New York Assembly. Remarks on the
Quotas to be Assigned the Several Counties of New York
[New York, March 22, 1787]
Col. Hamilton did not suppose that any arguments would have much influence on the decision of this question.1 There is no criterion to go by and we fall into the greatest uncertainty—a gentleman has told us plainly, that he has been intriguing, and making the best bargain he could for his county.2 He would not say that New-York had made any conditions—he hoped that the intrigues might not have the effect which was sought. The county of Albany he said was always rated too low.3 It was only required to pay £7,000, with 70,000 inhabitants; while Suffolk, with only 14,000 paid £4,500. He asked if the house would permit intrigues to have such an effect. The county of Kings, which numbers only 3000 inhabitants, and contains 18,500 acres of land, is to pay £2400, Richmond county which is equally small, is also over rated; can this be right? New-York had ever been rated too high. One of the gentlemen from New-York had proposed 12,0004 from a mere dispair of coming at an equality, but this sum is too high. He asked if it was justice that the city and county of New-York, which was not a tenth part of the value, or population of the state, should bear one fourth of its burthens.5 He hoped this would be considered, and no partiality exhibited by the legislature.6
Col. Hamilton replied, observing that the gentleman (Mr. Taylor) had intimated they had intrigued together on this subject.7 The intriguing amounted to nothing more he said, than that they had conversed together on the subject. He believed that that gentleman had been the most successful: he had raised much the strongest party. He would only observe, that he had made a most falacious calculation respecting New-York. There is not 1000 houses in New-York that are worth £1500 each.8 This was far short of the enormous sum mentioned. The county of Albany he knew was worth 2,000,000. He said if it was required, he would make the calculation, and prove that Albany county was worth more than New-York. He believed that every gentleman who would lay his hand on his heart, and vote according to his conscience, would declare, that one fourth part of the taxes, was too great a proportion for New-York. He asked if the citizens of New-York, had not also met with losses? Was not a great part of the city burned? Had not the enemy despoiled their property? And had they not for a long time occupied their city, while they were suffering in exile? Gentlemen, certainly knew this; and it was a subject worthy of their attention.9
Mr. Hamilton said he had made a calculation of a tax of £200,000 on the improved lands in this state, and found that 2/6. an acre would be about the proportion of that tax, knowing this, would it be right to make Kings County pay the same proportion of a £50,000 tax as ought to be paid on a tax of 200,000. It was even more than 2s 6d.—£2,400 would make it as 7d per acre.
Mr. Lansing had no objection if New-York would take upon itself, that proportion of which they wished Kings County relieved.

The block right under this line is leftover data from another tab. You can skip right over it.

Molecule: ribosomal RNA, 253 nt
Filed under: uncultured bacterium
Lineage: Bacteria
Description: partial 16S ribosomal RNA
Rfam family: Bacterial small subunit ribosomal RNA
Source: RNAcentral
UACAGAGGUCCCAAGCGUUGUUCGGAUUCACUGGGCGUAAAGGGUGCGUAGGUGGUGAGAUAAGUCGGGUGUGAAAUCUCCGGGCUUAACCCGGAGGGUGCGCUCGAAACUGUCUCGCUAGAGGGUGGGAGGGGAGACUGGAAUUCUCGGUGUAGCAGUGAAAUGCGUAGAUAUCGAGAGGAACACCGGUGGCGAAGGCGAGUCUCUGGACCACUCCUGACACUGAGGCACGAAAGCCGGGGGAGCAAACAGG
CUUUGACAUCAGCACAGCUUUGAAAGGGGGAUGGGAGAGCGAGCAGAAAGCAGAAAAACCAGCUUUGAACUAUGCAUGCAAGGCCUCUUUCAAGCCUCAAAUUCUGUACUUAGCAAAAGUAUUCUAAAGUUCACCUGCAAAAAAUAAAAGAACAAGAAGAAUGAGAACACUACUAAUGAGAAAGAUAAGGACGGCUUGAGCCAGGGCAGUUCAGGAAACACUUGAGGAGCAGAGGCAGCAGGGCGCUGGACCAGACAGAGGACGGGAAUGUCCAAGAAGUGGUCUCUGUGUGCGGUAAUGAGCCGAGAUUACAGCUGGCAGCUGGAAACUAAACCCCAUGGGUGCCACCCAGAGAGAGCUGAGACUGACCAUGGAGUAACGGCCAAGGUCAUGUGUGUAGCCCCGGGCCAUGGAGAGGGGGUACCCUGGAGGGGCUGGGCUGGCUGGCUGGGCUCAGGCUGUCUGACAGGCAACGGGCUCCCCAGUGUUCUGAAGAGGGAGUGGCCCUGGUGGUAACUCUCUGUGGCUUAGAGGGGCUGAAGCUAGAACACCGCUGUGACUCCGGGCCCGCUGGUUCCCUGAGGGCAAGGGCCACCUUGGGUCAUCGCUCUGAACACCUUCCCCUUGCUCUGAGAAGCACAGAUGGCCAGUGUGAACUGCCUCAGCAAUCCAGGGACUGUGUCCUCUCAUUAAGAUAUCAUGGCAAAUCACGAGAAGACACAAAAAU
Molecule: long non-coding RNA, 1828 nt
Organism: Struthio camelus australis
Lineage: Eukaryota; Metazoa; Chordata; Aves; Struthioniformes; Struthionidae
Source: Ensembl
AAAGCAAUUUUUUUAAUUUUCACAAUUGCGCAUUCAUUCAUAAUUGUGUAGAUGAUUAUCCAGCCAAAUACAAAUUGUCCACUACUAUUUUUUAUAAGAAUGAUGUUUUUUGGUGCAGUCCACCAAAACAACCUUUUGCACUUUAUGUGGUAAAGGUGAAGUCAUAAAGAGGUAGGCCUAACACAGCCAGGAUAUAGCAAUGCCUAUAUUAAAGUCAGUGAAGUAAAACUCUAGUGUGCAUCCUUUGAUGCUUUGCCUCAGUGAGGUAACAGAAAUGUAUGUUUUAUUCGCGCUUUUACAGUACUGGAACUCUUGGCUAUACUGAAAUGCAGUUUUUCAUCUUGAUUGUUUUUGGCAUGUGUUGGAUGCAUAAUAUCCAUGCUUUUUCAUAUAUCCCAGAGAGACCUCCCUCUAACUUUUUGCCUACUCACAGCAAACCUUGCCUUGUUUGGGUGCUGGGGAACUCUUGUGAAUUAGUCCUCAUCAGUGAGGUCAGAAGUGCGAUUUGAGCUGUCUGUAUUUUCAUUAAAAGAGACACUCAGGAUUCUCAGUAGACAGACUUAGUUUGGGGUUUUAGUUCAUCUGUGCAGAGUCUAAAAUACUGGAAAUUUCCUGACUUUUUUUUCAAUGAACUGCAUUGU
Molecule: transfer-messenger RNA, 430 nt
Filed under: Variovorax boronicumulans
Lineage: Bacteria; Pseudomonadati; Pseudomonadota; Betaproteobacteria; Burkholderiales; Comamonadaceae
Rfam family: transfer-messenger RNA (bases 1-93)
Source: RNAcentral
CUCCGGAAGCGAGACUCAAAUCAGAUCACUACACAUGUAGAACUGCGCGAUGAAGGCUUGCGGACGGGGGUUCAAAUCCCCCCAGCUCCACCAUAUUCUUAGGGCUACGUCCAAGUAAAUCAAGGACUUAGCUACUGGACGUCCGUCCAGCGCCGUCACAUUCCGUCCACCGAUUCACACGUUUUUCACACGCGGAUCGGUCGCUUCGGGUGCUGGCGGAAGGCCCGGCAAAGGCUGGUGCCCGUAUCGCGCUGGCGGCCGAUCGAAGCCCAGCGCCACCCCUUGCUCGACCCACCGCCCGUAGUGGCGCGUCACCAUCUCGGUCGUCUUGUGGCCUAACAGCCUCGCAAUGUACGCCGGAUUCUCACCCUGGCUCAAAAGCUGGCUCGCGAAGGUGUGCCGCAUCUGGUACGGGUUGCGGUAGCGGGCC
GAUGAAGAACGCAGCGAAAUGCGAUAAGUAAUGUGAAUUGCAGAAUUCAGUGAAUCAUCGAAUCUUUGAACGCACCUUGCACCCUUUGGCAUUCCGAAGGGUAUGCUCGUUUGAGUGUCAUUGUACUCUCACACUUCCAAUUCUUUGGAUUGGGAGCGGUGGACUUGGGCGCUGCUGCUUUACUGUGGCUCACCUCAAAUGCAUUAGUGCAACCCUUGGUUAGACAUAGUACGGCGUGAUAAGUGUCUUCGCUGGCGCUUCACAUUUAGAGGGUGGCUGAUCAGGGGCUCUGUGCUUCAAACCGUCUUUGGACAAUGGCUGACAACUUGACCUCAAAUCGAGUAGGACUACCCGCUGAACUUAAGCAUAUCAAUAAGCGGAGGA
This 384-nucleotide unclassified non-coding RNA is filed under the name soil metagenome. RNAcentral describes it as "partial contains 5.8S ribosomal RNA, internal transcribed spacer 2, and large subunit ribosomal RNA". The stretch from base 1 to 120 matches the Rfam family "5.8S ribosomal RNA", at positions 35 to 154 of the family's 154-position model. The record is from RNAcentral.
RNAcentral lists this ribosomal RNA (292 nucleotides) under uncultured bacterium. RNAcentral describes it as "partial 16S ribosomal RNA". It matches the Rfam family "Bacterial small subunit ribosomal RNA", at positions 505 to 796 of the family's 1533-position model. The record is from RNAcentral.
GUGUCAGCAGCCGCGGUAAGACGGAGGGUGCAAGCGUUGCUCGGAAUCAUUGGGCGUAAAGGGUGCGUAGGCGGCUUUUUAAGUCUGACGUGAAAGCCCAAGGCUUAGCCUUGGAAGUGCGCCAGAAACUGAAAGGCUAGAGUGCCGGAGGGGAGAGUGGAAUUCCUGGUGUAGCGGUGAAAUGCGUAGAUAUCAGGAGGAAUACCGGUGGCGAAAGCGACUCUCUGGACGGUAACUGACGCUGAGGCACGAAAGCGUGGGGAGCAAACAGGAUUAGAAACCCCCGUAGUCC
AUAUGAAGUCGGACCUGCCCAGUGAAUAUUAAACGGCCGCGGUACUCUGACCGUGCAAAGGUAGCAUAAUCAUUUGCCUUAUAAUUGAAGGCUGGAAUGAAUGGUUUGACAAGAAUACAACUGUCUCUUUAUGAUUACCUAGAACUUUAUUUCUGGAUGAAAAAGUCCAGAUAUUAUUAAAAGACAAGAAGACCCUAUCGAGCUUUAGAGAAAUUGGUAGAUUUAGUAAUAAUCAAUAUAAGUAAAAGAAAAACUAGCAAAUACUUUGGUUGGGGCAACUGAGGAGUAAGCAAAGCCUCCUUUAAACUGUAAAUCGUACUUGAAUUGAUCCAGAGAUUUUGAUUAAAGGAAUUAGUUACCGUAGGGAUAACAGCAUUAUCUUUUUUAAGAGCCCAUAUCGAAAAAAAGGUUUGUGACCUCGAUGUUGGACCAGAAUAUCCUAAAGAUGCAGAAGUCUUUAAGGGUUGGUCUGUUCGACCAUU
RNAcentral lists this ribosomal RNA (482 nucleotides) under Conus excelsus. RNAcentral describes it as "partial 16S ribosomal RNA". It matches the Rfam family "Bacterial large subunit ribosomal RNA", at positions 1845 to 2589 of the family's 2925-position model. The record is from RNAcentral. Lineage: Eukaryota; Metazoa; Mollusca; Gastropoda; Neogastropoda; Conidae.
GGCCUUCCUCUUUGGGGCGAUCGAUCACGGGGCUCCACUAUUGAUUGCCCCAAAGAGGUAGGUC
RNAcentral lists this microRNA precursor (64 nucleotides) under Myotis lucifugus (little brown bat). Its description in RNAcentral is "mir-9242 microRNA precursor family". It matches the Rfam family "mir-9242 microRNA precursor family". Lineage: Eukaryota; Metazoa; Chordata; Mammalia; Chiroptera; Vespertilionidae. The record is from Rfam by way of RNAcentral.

Mr. Hamilton would even consent to this if the house could think that New-York should bear all the burthen of the State.
The [New York] Daily Advertiser, March 27, 1787.
1. After the rejection of the proposed “Act for Raising Certain Yearly Taxes Within This State,” drafted by H (see draft of the act, February 9, 1787), the Assembly, as it had in previous years, assigned each county a quota of the money to be raised by taxes. On March 22 the question of the quotas to be assigned to the counties of New York and Albany was debated. William Malcom moved that the quota of New York County be £12,000. H spoke after John Lansing, Jr., had seconded Malcom’s motion.
2. John Tayler of Albany County had said that “he held a paper in his hand which he supposed would be the proportions of the different counties, as near as he could find out the sentiments of the house. He confessed that taxing in this way, was a system of intrigue, and supposed every county had made the best bargain it could” (The Daily Advertiser, March 27, 1787).
3. John Tayler argued that reductions in the quotas of other counties were added to the quota of Albany County.
4. H referred to the proposal of William Malcom.
5. £50,000 was the sum to be raised by the several counties of the state.
6. John Tayler, replying to H’s remarks, said that “Perhaps he had expressed himself improperly when he used the word intrigue, but if not, that gentleman knows that he and I have intrigued with each other” (The Daily Advertiser, March 27, 1787).
7. See note 6.
8. H replied to Tayler’s assertion “that supposing the city and county of New-York to contain 5,000 houses 4,000 of which he would estimate at £1500, this computation, allowing the residue of the houses, the lands and other property to be included, he did not suppose to be very erroneous, by this estimation, 6,000,000 would be amount” of the state assessment which should be assigned New York (The Daily Advertiser, March 27, 1787).
9. At the conclusion of H’s remarks, the Assembly voted a quota of £13,000 for New York County. The Assembly then debated the amount to be levied on Albany County. H moved that the sum be £5,800, but his motion was defeated and the sum of £5,400 was approved.